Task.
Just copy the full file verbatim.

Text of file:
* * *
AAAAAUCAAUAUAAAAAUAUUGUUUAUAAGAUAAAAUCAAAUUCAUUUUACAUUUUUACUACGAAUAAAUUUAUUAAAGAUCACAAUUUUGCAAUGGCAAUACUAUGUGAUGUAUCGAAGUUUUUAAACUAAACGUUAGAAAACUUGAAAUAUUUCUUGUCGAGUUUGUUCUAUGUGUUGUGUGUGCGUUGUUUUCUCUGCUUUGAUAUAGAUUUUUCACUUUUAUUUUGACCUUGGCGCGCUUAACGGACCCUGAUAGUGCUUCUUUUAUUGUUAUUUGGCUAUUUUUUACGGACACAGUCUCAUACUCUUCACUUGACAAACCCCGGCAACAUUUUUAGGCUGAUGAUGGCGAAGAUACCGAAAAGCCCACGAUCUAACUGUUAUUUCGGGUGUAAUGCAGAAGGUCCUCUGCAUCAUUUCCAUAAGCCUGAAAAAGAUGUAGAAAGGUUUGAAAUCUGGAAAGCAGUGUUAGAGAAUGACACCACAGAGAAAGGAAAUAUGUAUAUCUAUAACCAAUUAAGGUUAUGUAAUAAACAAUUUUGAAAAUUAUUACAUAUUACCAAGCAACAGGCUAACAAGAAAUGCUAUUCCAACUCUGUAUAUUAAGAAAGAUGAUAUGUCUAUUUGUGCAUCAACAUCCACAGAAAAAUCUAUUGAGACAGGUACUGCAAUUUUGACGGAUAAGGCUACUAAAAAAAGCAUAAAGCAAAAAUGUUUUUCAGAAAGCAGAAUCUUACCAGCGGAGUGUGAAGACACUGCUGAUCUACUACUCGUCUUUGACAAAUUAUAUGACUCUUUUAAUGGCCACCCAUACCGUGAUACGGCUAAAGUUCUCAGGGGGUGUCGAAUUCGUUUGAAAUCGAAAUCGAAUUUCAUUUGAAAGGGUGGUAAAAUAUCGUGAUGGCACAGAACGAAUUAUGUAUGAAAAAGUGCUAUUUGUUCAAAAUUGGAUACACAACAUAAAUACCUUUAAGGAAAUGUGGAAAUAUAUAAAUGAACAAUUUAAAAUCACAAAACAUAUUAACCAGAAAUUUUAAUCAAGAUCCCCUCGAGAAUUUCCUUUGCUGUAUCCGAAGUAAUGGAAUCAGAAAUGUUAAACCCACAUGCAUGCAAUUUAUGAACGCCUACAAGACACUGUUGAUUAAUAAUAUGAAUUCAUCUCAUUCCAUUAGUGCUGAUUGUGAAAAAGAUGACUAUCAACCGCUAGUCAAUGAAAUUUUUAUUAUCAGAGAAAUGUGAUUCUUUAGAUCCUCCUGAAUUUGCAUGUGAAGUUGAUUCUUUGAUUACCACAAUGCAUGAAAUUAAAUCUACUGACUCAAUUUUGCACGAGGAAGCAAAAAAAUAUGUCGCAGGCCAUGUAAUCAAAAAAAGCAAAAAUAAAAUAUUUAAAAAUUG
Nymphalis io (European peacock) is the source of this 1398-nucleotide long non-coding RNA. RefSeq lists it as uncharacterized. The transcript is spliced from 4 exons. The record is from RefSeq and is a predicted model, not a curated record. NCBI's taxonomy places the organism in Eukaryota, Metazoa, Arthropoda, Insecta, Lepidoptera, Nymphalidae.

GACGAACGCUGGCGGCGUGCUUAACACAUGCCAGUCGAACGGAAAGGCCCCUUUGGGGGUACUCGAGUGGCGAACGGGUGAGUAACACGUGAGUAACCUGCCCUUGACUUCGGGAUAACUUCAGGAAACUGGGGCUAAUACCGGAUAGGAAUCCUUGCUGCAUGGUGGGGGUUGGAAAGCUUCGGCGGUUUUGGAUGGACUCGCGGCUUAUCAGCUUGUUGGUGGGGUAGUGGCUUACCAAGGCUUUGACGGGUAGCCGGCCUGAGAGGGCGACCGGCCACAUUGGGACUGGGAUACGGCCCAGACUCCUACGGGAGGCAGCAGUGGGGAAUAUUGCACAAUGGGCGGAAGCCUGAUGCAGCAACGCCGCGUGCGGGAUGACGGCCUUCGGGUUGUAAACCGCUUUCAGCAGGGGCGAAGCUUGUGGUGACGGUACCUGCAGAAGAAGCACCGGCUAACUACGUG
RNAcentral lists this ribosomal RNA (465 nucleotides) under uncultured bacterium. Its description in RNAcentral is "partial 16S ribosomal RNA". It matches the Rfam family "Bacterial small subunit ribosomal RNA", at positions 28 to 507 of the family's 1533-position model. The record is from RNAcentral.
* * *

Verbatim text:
AAAAAUCAAUAUAAAAAUAUUGUUUAUAAGAUAAAAUCAAAUUCAUUUUACAUUUUUACUACGAAUAAAUUUAUUAAAGAUCACAAUUUUGCAAUGGCAAUACUAUGUGAUGUAUCGAAGUUUUUAAACUAAACGUUAGAAAACUUGAAAUAUUUCUUGUCGAGUUUGUUCUAUGUGUUGUGUGUGCGUUGUUUUCUCUGCUUUGAUAUAGAUUUUUCACUUUUAUUUUGACCUUGGCGCGCUUAACGGACCCUGAUAGUGCUUCUUUUAUUGUUAUUUGGCUAUUUUUUACGGACACAGUCUCAUACUCUUCACUUGACAAACCCCGGCAACAUUUUUAGGCUGAUGAUGGCGAAGAUACCGAAAAGCCCACGAUCUAACUGUUAUUUCGGGUGUAAUGCAGAAGGUCCUCUGCAUCAUUUCCAUAAGCCUGAAAAAGAUGUAGAAAGGUUUGAAAUCUGGAAAGCAGUGUUAGAGAAUGACACCACAGAGAAAGGAAAUAUGUAUAUCUAUAACCAAUUAAGGUUAUGUAAUAAACAAUUUUGAAAAUUAUUACAUAUUACCAAGCAACAGGCUAACAAGAAAUGCUAUUCCAACUCUGUAUAUUAAGAAAGAUGAUAUGUCUAUUUGUGCAUCAACAUCCACAGAAAAAUCUAUUGAGACAGGUACUGCAAUUUUGACGGAUAAGGCUACUAAAAAAAGCAUAAAGCAAAAAUGUUUUUCAGAAAGCAGAAUCUUACCAGCGGAGUGUGAAGACACUGCUGAUCUACUACUCGUCUUUGACAAAUUAUAUGACUCUUUUAAUGGCCACCCAUACCGUGAUACGGCUAAAGUUCUCAGGGGGUGUCGAAUUCGUUUGAAAUCGAAAUCGAAUUUCAUUUGAAAGGGUGGUAAAAUAUCGUGAUGGCACAGAACGAAUUAUGUAUGAAAAAGUGCUAUUUGUUCAAAAUUGGAUACACAACAUAAAUACCUUUAAGGAAAUGUGGAAAUAUAUAAAUGAACAAUUUAAAAUCACAAAACAUAUUAACCAGAAAUUUUAAUCAAGAUCCCCUCGAGAAUUUCCUUUGCUGUAUCCGAAGUAAUGGAAUCAGAAAUGUUAAACCCACAUGCAUGCAAUUUAUGAACGCCUACAAGACACUGUUGAUUAAUAAUAUGAAUUCAUCUCAUUCCAUUAGUGCUGAUUGUGAAAAAGAUGACUAUCAACCGCUAGUCAAUGAAAUUUUUAUUAUCAGAGAAAUGUGAUUCUUUAGAUCCUCCUGAAUUUGCAUGUGAAGUUGAUUCUUUGAUUACCACAAUGCAUGAAAUUAAAUCUACUGACUCAAUUUUGCACGAGGAAGCAAAAAAAUAUGUCGCAGGCCAUGUAAUCAAAAAAAGCAAAAAUAAAAUAUUUAAAAAUUG
Nymphalis io (European peacock) is the source of this 1398-nucleotide long non-coding RNA. RefSeq lists it as uncharacterized. The transcript is spliced from 4 exons. The record is from RefSeq and is a predicted model, not a curated record. NCBI's taxonomy places the organism in Eukaryota, Metazoa, Arthropoda, Insecta, Lepidoptera, Nymphalidae.

GACGAACGCUGGCGGCGUGCUUAACACAUGCCAGUCGAACGGAAAGGCCCCUUUGGGGGUACUCGAGUGGCGAACGGGUGAGUAACACGUGAGUAACCUGCCCUUGACUUCGGGAUAACUUCAGGAAACUGGGGCUAAUACCGGAUAGGAAUCCUUGCUGCAUGGUGGGGGUUGGAAAGCUUCGGCGGUUUUGGAUGGACUCGCGGCUUAUCAGCUUGUUGGUGGGGUAGUGGCUUACCAAGGCUUUGACGGGUAGCCGGCCUGAGAGGGCGACCGGCCACAUUGGGACUGGGAUACGGCCCAGACUCCUACGGGAGGCAGCAGUGGGGAAUAUUGCACAAUGGGCGGAAGCCUGAUGCAGCAACGCCGCGUGCGGGAUGACGGCCUUCGGGUUGUAAACCGCUUUCAGCAGGGGCGAAGCUUGUGGUGACGGUACCUGCAGAAGAAGCACCGGCUAACUACGUG
RNAcentral lists this ribosomal RNA (465 nucleotides) under uncultured bacterium. Its description in RNAcentral is "partial 16S ribosomal RNA". It matches the Rfam family "Bacterial small subunit ribosomal RNA", at positions 28 to 507 of the family's 1533-position model. The record is from RNAcentral.